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PostPosted: Mon Aug 23, 2010 8:41 pm 

Joined: Thu Apr 21, 2005 11:26 pm
Posts: 761
Location: plus 700ft in the Santa Cruz Mtns, 8 miles from the Pacific 35 miles S. of San Jose
A couple of nurseries that focus on clumpers, recommend thinning them. They do it, not to encourage growth, but rather create room for new, larger culms. I believe, based upon what I have seen, the same holds true for potted plants, runner or clumper, as there is a lack of real estate for new, larger culms to shoot. Rgds

PostPosted: Fri Nov 26, 2010 5:21 am 
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Joined: Sun Nov 23, 2008 9:15 pm
Posts: 3074
Location: upstate NY zone 6B Location Details
Last year my moso grove produced nearly 150 shoots averaging around 0.4 inches in diameter which was only around a 50% increase in size from the previous year's. It started with only around 20-30 existing culms that were produced in 2009. It was also heavily watered and fertilized in March as shown in the picture. I think that too much pampering before shooting season may have lead to too many shoot buds going off which may have limited the size of each individual shoot since the energy was spread so thin. I ultimately ended up thinning out more than 1/2 of the existing culms by July which may not have been necessary if I didn't add a few hundred lbs of manure on it on top of regular watering with the soaker hose. Without a thinning it would be way too congested like a tight clumper.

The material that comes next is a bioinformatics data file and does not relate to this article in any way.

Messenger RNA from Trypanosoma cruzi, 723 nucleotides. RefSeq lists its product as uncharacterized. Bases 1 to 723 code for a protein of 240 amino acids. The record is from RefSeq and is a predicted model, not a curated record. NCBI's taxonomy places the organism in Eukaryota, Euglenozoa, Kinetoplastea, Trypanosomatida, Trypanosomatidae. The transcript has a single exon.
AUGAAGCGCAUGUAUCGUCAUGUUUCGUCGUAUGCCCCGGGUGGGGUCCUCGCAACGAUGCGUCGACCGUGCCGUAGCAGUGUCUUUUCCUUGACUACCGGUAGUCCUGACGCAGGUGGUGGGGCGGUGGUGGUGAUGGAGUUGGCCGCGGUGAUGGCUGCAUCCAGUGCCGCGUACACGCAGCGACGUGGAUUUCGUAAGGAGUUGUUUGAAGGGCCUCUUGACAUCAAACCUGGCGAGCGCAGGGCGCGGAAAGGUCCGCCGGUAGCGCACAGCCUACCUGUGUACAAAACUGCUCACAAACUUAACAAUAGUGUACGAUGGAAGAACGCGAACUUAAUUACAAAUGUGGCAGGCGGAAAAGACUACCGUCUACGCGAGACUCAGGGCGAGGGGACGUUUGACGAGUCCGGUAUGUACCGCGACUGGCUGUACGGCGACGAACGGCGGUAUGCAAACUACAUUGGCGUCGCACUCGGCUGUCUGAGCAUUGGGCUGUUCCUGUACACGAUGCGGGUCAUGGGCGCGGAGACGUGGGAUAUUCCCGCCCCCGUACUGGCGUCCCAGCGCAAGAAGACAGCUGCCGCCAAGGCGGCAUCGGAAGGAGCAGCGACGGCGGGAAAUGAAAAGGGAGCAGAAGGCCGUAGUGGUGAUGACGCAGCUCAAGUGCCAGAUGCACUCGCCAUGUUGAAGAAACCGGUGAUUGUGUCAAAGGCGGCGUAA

There are about 60-70 culms on it now and I'm not hoping to activate every bud and get 400 shoots on this grove next year so the best thing to leave it alone on the 1st of march, not even water it at all and allow it to shoot naturally hoping it doesn't rain almost every day. I noticed that Trepanier only had like 4 shoots on his moso however they were well upsized. I also noticed that the heteroclada seedlings that I left alone and never watered were the ones that put on the largest size increase despite only making 1-2 culms. I don't know if it was the high nitrogen in the manure, the age of the seedling or the availability of water that caused the massive explosion of shoots this year, but I think a hands off approach should prevent it from happening again next April. This may prevent the need for a massive thinning.

I might pamper my dulcis in March since that one tends to make less shoots anyways, and seems to be a lot more spread out compared to other species.


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